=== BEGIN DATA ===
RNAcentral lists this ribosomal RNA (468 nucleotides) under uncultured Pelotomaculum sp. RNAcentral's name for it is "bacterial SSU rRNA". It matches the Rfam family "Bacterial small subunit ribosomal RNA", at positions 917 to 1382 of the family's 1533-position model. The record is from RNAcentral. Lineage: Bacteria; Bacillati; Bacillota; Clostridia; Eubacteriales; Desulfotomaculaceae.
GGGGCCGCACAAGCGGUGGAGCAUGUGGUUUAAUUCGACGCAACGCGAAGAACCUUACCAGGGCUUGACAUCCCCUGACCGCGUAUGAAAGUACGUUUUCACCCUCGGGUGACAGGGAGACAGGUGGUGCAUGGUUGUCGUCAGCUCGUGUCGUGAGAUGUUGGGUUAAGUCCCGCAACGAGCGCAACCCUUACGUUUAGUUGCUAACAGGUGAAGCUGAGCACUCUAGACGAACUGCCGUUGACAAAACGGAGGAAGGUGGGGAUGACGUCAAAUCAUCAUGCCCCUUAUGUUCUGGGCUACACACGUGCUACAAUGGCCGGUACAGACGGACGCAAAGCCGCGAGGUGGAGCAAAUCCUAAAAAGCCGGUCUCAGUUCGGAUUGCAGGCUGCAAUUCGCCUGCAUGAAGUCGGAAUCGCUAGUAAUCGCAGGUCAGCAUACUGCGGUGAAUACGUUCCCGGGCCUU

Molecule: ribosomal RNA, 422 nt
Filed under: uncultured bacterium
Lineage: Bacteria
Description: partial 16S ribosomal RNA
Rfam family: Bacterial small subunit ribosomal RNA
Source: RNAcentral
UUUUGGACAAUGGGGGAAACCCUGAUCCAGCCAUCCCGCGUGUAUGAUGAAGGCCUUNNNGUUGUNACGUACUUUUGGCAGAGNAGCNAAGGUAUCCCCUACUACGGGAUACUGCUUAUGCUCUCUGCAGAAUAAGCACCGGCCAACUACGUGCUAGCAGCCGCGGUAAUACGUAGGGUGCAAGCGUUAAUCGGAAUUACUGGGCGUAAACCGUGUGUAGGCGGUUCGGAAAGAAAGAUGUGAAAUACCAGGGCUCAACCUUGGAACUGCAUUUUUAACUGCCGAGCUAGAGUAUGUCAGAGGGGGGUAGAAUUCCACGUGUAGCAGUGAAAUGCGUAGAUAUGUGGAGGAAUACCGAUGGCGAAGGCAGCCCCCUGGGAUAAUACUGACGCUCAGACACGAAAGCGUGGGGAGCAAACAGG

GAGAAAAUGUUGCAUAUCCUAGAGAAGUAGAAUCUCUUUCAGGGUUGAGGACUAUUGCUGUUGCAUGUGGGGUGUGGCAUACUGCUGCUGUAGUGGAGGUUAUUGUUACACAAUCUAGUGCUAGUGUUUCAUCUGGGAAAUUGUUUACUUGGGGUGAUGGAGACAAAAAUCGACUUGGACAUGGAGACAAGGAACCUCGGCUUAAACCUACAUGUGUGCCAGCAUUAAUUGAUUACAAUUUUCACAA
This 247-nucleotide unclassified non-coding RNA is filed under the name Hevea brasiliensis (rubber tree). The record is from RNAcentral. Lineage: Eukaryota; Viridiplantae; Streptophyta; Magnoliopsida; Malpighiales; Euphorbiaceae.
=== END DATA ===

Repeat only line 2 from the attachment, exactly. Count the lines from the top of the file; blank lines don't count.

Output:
GGGGCCGCACAAGCGGUGGAGCAUGUGGUUUAAUUCGACGCAACGCGAAGAACCUUACCAGGGCUUGACAUCCCCUGACCGCGUAUGAAAGUACGUUUUCACCCUCGGGUGACAGGGAGACAGGUGGUGCAUGGUUGUCGUCAGCUCGUGUCGUGAGAUGUUGGGUUAAGUCCCGCAACGAGCGCAACCCUUACGUUUAGUUGCUAACAGGUGAAGCUGAGCACUCUAGACGAACUGCCGUUGACAAAACGGAGGAAGGUGGGGAUGACGUCAAAUCAUCAUGCCCCUUAUGUUCUGGGCUACACACGUGCUACAAUGGCCGGUACAGACGGACGCAAAGCCGCGAGGUGGAGCAAAUCCUAAAAAGCCGGUCUCAGUUCGGAUUGCAGGCUGCAAUUCGCCUGCAUGAAGUCGGAAUCGCUAGUAAUCGCAGGUCAGCAUACUGCGGUGAAUACGUUCCCGGGCCUU